Once you get it rolling, consider calling it a “tradition” instead of a ritual, if you think any of your team members may resist the latter.
Insert the ritual at a key moment when a group is already transitioning from one activity to another:
At the start of things you’re already planning on doing (e.g. at the start of every certain kind of meeting or activity)
At the end of things you’re already doing
At the start and end of weeks and days
When it’s a holiday or occasion of some sort
Or, insert the ritual when you can reliably have a reminder or trigger. This makes rituals not feel as forced.
The more naturally a ritual can start to fit into a group’s activities, the easier it will be for people to get on board with it, enjoy it, and experience the benefits.
For example, one of my favorite rituals at my old company, Contently, grew organically out of something I did on a whim:
Every quarter, we would hold a company all-hands meeting called The State of Contently, where all the team leaders would brief the company on the state of things.
This itself was a ritual. But one day I decided I wanted to celebrate some people who’d been particularly great examples of our company’s only value: “Be awesome to each other.” So I bought some random items from the thrift store as makeshift “trophies.” At the end of the meeting, I made an awards speech about the company value and the three people who I was surprising with the trophies. I made them come up to the front and take a photo with their prize, and everyone cheered.
This impromptu awards show was a hit. So I did it at the next quarterly all-hands. By the third time we did it, I was calling it “The Awessies,” and it had become a ritual people looked forward to. Every step of it was exactly the same, from the speech to the selection of random silly trophies.
The Awessies became an example of both synchrony and coordination rituals. One week before each all-hands, I began asking people to nominate, someone who they’d spotted being awesome to someone else. Everyone started participating in this tradition (coordination!), and then at each Awessies ceremony everyone was synchronized in the same series of events: hearing the speech, cheering for the winners, and so on.
You don’t have to give speeches and buy prizes to create a great team ritual. A group ritual can be as simple as cheering every evening when the health care workers get off their shifts—or watching a movie every Monday!—or as elaborate as a quarterly award show. As long as you do it regularly make it your thing, that’s all that matters.
Post Script: A few Examples of Team Rituals That I’ve Seen Work
Some of the most reliable elements of team rituals include food, stories, speeches, and celebrations—but the important thing is to do something uniquely your own, even if you are remixing these kinds of tried-and-true elements.
If you’re in a leadership position and are looking to spark ideas for a ritual for your team, the following are all things I’ve seen work:
Start each week with a group chat thread where you ask people to weigh in on a question that’s on your mind.
Every time a customer sends a nice comment in, send an email to the team celebrating it. Or even better, once a month put the best customer comment on a cake, and eat it together!
Kick off every offsite with a Bruce Lee quote, or a pump-up song, or a childhood story (I’ve seen lots of variations of this; the point is it has to become recognized as a thing you do).
Start all large group meetings with a breathing exercise (only works for certain types of teams in certain industries, but I’ve seen it work awesome).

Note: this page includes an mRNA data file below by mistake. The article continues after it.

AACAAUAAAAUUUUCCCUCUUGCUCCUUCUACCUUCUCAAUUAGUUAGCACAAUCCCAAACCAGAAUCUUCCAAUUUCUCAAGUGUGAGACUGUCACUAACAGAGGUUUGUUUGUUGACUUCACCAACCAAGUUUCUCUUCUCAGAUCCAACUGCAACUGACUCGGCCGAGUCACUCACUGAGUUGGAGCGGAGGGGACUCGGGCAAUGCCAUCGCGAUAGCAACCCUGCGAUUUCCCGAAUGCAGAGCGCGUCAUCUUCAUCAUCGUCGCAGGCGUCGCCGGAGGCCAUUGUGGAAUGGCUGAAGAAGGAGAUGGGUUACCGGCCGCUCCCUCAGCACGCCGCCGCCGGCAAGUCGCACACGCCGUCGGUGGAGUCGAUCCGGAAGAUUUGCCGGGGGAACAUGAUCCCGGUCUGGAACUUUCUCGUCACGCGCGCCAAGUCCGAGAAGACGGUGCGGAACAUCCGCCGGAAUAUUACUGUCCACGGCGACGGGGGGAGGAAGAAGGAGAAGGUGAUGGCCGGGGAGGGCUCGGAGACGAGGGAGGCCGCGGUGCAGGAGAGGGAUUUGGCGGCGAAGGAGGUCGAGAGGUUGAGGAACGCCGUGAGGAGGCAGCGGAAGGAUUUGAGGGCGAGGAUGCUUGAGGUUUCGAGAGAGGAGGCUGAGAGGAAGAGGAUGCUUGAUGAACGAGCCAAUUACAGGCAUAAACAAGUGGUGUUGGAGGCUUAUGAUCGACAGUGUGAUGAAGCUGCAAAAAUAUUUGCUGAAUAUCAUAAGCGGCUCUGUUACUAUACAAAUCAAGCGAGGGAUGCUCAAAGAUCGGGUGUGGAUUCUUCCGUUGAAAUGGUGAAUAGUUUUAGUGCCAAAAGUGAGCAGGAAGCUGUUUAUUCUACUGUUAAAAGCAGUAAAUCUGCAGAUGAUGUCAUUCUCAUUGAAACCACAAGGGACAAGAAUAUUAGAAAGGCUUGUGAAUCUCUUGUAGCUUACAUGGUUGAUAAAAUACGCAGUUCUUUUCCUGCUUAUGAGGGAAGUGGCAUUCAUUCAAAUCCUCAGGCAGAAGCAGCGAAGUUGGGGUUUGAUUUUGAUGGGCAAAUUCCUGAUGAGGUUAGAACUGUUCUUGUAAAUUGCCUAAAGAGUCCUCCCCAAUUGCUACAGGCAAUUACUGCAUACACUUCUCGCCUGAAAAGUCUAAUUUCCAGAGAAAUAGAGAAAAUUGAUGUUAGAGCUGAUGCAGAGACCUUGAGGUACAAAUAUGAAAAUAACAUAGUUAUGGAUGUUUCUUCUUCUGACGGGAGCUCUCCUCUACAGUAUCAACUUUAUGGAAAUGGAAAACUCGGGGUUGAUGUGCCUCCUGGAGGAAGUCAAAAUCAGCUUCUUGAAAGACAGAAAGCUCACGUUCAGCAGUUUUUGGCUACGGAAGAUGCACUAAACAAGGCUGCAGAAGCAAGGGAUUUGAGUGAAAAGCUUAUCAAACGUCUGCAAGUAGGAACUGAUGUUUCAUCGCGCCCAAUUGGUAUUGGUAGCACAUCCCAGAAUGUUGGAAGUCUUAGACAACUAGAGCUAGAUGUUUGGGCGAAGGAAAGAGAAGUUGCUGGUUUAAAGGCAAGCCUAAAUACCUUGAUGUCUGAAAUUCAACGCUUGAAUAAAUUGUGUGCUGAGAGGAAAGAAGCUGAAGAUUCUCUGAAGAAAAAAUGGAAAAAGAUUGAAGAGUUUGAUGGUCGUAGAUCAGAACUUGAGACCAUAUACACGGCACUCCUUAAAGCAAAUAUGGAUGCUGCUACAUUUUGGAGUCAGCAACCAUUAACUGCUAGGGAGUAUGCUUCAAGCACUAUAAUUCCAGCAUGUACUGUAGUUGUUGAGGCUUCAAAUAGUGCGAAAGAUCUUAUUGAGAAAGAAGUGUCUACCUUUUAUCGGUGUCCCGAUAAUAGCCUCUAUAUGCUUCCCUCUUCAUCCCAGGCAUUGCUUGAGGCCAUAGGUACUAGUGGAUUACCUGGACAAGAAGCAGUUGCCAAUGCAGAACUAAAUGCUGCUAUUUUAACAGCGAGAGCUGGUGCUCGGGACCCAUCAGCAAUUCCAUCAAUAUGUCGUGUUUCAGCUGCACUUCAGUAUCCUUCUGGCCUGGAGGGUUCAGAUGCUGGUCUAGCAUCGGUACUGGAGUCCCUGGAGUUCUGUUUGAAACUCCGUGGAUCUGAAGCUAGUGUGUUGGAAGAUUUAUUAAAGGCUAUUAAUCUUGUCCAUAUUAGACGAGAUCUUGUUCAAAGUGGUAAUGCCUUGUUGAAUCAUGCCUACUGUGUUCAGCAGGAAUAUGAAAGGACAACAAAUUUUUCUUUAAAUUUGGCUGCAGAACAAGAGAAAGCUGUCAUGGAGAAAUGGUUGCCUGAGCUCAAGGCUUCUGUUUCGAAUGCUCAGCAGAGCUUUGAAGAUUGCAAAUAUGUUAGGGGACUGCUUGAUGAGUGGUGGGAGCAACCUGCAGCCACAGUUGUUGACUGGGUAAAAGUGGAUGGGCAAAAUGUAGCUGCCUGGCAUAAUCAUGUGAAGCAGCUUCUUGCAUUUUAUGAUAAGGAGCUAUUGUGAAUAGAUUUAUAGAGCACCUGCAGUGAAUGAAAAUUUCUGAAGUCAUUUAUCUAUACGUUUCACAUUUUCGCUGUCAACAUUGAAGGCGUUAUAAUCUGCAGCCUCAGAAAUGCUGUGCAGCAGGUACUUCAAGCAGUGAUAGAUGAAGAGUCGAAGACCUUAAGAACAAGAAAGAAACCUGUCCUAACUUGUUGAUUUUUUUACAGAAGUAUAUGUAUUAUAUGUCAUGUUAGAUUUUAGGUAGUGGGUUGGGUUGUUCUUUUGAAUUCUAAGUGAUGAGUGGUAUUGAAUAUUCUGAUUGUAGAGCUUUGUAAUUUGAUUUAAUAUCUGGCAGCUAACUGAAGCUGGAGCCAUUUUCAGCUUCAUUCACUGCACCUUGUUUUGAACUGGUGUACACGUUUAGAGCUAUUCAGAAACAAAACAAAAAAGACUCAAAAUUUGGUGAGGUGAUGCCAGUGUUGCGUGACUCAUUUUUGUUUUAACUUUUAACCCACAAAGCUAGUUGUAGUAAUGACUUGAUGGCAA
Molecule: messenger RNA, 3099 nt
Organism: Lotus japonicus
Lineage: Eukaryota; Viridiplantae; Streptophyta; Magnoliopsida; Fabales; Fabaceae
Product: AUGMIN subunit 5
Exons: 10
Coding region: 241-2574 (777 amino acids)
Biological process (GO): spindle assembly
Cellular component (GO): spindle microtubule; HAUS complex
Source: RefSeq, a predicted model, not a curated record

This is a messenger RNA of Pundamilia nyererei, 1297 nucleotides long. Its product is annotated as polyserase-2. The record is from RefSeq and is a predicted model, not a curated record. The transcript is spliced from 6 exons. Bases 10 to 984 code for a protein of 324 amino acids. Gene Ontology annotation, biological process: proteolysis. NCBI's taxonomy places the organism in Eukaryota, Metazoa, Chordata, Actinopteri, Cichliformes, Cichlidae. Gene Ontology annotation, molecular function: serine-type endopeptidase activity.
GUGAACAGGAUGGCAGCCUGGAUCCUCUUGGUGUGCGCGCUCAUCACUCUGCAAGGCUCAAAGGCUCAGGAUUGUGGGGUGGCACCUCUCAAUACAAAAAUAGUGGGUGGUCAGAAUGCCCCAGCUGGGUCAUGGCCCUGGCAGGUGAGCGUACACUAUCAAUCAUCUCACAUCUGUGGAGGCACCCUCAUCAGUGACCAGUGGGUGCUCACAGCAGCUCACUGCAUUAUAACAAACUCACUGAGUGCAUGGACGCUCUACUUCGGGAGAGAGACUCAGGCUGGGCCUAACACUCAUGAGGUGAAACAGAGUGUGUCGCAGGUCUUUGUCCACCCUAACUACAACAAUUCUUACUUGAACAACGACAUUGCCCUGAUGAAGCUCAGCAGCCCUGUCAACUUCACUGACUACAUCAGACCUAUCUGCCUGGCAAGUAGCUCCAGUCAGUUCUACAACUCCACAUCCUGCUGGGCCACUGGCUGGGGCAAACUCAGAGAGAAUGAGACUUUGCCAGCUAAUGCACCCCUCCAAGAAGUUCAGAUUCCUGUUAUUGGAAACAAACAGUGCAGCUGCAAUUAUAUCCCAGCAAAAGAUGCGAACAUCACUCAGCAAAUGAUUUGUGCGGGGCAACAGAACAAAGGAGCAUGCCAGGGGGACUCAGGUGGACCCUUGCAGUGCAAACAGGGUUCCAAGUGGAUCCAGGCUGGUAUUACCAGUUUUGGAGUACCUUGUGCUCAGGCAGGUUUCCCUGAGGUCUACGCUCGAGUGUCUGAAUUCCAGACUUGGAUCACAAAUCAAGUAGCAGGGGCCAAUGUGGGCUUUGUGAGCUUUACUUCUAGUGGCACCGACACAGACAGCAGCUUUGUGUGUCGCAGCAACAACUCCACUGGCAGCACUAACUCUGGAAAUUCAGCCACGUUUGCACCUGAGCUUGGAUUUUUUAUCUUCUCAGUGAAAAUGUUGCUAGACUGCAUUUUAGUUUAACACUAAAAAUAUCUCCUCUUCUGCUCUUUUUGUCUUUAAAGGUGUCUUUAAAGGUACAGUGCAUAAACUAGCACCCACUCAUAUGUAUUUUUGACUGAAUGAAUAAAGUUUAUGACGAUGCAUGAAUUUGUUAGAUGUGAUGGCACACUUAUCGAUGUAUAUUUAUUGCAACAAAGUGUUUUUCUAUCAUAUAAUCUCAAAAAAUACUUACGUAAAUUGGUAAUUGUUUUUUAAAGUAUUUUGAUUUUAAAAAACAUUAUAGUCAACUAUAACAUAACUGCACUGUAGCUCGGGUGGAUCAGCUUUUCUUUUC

Invent a company salute. Or gang sign. Or a special high five.
Once a quarter, do a “desk swap” where everyone sits in someone else’s digs for a week and gets to know some new neighbors.
Post a different poll on the coffee machine every week, and let people put their name (or tally mark) down as the week progresses.
Have a tradition of weekly “random coffee dates” where at the start of the week everybody in the company gets assigned a random person to go have a coffee with on Wednesday, where you’re supposed to chat and get to know each other’s stories. (This works with remote teams as well; bring your own drink and fire up your webcam for a 30-minute get-to-know-you.)
Have a regular “Jeffersonian” round table, where you pick a list of non-work questions and host a single conversation about them with a group. (Best done over dinner!)
Post a “Daily Dispatch” in the team’s chat thread every day before you go home, updating everyone on how your day went (not a formal report—more of a “here’s how things went today”).
Have a 5-minute Monday morning stand-up meeting where you rally the team for the week, and always include something you’re particularly grateful for, and a shout-out to one person for doing something that’s gone unrecognized.
Every Wednesday, take your immediate team to lunch somewhere, and after you order your meals, go around the table and have everyone say one thing they’re currently excited about and one thing they’re worried about (great for building trust and vulnerability in addition to bonding).
Every Friday—or once a month—host a 10-minute “lightning talk” with a guest speaker from inside or outside the company, followed by an AMA.
Throw a weekly breakfast for the team, or happy hour (during the last hour of work, so anybody who needs to get home on time still can) that you kick off every time with a similar routine.
Get a statue or trophy that you award to one person each month for something unexpected. Have them sign their name on it and keep it at their desk, then take it back and award it to someone else the next month.
Host a monthly or quarterly book club (make sure the way the books are selected and what you do at book club has ritual elements, so it’s unique and you do the same thing every time).
Have an annual story night where you retell the history of the team or the company every year (and let people tell their favorite stories, too).
Always order the same some sort of unique dessert in honor of people’s birthdays (the quirkier the better, for ritual value).
Celebrate nontraditional holidays. Even better: invent your own holidays!
As you can tell, the possibilities are endless. Hopefully this list—and the principles above—can inspire some little rituals that are truly your own!